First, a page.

A young Belfast woman is the first person from Northern Ireland to be appointed as a Youth Delegate to the United Nations.
Tara Grace Connolly will assist the Irish Department of Foreign Affairs and Trade in a year that Ireland has been elected to the UN Security Council.
The 22-year-old law graduate, who has just completed her Masters’ degree in International Relations at Queen’s University, said it was a great honour to be selected.
“It’s a real privilege to be the first person from the north to be picked for this role. I got the confirmation at the beginning of September and had to keep the secret for three weeks until it was formally announced by the Irish Foreign Minister Simon Coveney.”
Tara Grace and her fellow delegate, Conn McCarrick from Dublin, will spend the year working with the Department of Foreign Affairs and the Permanent Mission to the UN to represent the views of young people.
Simon Coveney, speaking after a virtual meeting with the two young delegates said that during their term, they would be working on issues affecting young people in co-operation with fellow youth delegates from around the world.
He added: “Their contribution, whether virtual or in person, will be vital over the coming year in ensuring that young people are represented in Ireland’s engagement at the UN. As Ireland prepares to take its seat on the UN Security Council in January 2012, they will also play an important role in building awareness of the work of the UN and the role Ireland plays on the global stage.”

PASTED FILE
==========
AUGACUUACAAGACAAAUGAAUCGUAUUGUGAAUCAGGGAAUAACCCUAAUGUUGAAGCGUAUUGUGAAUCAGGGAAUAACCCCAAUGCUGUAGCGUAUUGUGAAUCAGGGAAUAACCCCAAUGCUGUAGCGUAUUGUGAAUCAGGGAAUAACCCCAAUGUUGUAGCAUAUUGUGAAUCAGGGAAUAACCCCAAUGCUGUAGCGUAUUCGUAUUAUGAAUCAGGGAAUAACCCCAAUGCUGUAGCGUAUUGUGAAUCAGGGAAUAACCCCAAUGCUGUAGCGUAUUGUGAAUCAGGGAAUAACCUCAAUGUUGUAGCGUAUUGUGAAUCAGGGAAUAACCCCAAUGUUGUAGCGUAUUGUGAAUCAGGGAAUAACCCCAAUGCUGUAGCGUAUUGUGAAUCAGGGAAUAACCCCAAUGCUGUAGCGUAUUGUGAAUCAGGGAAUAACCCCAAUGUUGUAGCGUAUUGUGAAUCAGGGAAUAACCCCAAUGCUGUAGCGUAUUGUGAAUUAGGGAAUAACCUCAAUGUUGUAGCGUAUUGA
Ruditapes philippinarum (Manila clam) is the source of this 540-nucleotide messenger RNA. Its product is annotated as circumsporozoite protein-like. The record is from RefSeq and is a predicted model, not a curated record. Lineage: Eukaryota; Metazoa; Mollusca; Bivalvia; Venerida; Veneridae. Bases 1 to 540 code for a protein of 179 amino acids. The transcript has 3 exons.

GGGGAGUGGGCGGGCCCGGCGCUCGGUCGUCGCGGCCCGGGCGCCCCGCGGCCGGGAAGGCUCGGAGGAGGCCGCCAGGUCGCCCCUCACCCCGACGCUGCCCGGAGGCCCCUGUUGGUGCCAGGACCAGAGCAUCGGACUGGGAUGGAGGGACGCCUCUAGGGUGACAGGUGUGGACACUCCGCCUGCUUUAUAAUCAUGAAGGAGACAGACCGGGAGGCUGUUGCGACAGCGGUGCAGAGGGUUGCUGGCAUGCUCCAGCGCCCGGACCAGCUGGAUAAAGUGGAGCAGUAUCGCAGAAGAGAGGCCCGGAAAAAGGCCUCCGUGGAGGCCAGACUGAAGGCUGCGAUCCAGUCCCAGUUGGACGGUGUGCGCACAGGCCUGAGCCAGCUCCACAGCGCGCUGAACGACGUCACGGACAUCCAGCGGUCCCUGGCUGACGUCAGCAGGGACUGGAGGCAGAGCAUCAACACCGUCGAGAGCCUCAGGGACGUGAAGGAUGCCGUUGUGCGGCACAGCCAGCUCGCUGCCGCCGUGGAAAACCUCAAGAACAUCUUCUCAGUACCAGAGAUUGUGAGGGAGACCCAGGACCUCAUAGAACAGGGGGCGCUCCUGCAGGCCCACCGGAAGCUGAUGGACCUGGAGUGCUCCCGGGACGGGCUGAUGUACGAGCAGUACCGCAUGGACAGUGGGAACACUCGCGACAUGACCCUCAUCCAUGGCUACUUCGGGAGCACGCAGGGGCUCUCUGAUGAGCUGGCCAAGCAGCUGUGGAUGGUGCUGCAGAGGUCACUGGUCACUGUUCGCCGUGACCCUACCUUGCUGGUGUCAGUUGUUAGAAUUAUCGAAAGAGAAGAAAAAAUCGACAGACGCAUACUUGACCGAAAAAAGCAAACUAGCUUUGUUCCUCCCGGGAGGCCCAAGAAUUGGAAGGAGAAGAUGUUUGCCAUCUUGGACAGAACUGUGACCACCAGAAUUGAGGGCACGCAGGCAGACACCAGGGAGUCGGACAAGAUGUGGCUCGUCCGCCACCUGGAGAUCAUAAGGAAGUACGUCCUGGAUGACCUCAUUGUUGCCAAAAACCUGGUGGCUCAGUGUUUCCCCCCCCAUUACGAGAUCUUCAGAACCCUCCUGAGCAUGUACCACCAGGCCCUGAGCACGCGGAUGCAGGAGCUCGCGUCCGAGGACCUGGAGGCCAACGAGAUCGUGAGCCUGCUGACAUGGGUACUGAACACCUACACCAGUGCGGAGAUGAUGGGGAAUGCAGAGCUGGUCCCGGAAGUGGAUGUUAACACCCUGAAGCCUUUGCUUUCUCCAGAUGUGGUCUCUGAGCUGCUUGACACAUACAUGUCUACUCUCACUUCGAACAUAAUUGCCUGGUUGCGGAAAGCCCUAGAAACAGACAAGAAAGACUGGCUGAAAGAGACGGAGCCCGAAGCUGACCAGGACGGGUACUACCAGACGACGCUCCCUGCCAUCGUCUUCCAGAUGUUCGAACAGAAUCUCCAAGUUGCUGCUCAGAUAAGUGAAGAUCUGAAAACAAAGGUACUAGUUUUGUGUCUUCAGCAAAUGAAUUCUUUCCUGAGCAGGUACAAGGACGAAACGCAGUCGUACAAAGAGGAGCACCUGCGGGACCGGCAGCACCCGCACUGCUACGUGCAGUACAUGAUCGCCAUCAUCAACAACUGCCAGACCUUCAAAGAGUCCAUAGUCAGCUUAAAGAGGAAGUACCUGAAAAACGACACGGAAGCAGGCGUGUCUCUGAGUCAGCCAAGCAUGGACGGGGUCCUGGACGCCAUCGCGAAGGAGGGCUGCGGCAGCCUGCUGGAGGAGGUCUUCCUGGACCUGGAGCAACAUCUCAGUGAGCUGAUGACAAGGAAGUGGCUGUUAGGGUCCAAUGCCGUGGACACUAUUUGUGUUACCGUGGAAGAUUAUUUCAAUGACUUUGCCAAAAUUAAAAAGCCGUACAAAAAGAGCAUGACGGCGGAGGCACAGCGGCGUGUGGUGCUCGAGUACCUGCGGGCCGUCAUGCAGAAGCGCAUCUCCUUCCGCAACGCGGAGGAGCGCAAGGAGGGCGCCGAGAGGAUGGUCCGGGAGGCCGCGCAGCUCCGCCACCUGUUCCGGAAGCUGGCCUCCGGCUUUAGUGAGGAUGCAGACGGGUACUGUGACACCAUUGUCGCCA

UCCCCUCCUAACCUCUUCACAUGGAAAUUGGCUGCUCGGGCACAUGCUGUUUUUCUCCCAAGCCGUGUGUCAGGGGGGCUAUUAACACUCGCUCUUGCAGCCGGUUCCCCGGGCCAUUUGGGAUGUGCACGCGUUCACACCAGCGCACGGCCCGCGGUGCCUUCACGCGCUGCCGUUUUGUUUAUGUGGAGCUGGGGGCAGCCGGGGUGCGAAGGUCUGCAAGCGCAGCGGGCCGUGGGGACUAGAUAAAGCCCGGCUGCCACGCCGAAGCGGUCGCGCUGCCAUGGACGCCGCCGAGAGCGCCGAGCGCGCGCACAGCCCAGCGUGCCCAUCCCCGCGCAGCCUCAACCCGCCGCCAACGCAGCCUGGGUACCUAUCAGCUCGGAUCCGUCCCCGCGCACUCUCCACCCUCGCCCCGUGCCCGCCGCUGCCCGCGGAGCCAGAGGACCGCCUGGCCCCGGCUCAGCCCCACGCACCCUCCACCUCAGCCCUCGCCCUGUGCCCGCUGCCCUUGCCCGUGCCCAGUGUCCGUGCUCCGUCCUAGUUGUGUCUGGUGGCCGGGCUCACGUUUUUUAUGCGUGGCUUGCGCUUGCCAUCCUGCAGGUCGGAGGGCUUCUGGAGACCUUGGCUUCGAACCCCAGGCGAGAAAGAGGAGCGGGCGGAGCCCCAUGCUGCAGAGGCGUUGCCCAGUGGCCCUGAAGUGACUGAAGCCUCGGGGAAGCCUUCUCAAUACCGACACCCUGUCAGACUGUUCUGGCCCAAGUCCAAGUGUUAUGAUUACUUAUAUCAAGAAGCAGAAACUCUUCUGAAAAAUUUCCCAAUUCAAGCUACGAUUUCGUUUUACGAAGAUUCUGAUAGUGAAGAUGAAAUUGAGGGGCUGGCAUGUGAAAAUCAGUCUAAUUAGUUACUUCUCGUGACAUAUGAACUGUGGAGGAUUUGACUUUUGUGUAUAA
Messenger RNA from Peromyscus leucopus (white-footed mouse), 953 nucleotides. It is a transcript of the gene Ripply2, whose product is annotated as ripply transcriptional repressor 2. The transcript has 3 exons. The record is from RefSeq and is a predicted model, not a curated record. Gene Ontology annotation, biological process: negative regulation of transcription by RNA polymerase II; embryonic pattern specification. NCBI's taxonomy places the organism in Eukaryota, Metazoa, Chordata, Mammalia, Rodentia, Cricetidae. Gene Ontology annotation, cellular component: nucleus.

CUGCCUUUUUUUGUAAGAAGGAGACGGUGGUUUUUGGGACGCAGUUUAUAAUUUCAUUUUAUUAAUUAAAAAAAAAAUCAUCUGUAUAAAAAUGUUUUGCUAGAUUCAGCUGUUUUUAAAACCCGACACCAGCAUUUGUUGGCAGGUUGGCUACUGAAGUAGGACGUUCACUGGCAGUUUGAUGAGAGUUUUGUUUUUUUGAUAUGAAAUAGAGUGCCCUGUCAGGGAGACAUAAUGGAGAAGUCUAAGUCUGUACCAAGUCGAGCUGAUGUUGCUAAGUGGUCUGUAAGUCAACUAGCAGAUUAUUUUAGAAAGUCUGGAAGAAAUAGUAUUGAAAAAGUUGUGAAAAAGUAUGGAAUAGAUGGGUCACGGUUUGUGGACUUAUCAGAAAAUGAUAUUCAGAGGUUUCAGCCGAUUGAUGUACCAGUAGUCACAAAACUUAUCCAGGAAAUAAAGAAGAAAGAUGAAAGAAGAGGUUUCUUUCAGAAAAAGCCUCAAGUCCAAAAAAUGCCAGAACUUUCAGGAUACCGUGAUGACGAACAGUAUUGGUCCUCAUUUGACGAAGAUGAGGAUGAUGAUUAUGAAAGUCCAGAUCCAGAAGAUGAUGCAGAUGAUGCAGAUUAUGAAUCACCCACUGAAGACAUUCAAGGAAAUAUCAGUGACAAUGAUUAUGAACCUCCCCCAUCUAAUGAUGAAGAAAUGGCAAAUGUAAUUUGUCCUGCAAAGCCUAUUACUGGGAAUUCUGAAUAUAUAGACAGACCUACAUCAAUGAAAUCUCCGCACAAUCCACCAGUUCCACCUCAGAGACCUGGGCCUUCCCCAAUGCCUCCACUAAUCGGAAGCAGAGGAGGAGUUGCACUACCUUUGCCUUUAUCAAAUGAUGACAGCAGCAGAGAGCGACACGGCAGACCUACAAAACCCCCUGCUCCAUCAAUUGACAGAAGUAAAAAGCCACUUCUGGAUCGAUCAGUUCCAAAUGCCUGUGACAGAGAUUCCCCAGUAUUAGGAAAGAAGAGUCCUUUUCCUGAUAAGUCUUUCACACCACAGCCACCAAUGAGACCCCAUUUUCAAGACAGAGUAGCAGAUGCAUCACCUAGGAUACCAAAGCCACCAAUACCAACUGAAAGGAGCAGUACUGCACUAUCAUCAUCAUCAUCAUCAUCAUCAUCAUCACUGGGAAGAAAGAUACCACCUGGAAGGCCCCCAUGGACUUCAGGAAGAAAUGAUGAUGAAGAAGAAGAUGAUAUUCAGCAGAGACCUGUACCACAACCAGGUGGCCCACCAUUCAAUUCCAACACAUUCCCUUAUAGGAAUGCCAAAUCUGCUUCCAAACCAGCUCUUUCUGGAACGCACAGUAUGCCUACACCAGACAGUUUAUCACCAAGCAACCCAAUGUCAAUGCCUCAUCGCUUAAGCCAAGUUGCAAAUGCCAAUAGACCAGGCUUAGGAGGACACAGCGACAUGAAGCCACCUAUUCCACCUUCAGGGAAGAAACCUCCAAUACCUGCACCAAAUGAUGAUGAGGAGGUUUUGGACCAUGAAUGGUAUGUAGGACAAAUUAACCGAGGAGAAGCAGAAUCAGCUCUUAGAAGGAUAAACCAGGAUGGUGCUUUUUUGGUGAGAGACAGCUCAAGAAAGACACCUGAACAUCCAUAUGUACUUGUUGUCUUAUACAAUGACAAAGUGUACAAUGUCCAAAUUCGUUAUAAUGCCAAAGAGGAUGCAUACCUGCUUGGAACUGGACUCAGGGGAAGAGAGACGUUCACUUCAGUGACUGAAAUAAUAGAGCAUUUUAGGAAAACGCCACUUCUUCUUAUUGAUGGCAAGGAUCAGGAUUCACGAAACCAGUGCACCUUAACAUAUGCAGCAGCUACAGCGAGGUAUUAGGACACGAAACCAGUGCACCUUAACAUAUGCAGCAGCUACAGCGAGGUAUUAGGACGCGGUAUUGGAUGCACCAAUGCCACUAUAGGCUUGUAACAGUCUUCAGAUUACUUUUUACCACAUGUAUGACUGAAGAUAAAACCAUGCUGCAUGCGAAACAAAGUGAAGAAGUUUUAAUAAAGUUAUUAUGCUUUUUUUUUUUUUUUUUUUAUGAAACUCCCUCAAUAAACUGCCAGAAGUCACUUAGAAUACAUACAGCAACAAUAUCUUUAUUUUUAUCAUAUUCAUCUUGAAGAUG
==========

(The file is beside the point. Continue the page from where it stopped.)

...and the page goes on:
Originally from West Belfast, Tara Grace has been working on human rights and youth participation since the tender age of nine.
She said: “I wrote a letter to Al Gore when I was nine complaining about climate change and the melting of the polar ice caps and have been working on issues that affect young people ever since.”
Tara served as chairperson of the Northern Ireland Youth Forum and the Belfast Youth Forum and is a graduate of the Washington Ireland Program Class of 2017. She spent two months in Washington DC working in the Northern Ireland Bureau.
Chris Quinn, Director of the NI Youth Forum, said the organisation was so proud of Tara Grace and grateful for her commitment over the past eight years.
He added: “During this time, she championed speaking truth to power and taking a lead on campaigning for social justice and equality. Young people from the island of Ireland are sure to benefit as I am sure that she will reinforce this message directly to the UN.”
She co-founded the youth anti-Brexit campaign ‘Our Future Our Choice Northern Ireland’, addressing a million people at the March for a People’s Vote rally in London in October 2019.
“That was a surreal experience. It was on my birthday and the crowd sang Happy Birthday to me,” she added.
Tara Grace has presented at the UN Committee of the Rights of the Child in Geneva as a peer advocate with the Children’s Law Centre and is a member of the US Embassy Dublin Young Leaders Council.
She was named Belfast’s Celebrated Citizen in 2015 and was awarded the 2016 Voice of Young People Award. She has also been active in campaign work with Trócaire, Friends of the Earth and the Irish Development Education Association (IDEA) and has been active in Queen’s University’s Students’ Union and debating society.
She is looking forward to a busy year ahead: “A lot of our work will be around peace and security and sustainable development. I am representing the whole island, but I will be giving a northern perspective on things, redefining what it means to be a young person in Ireland.”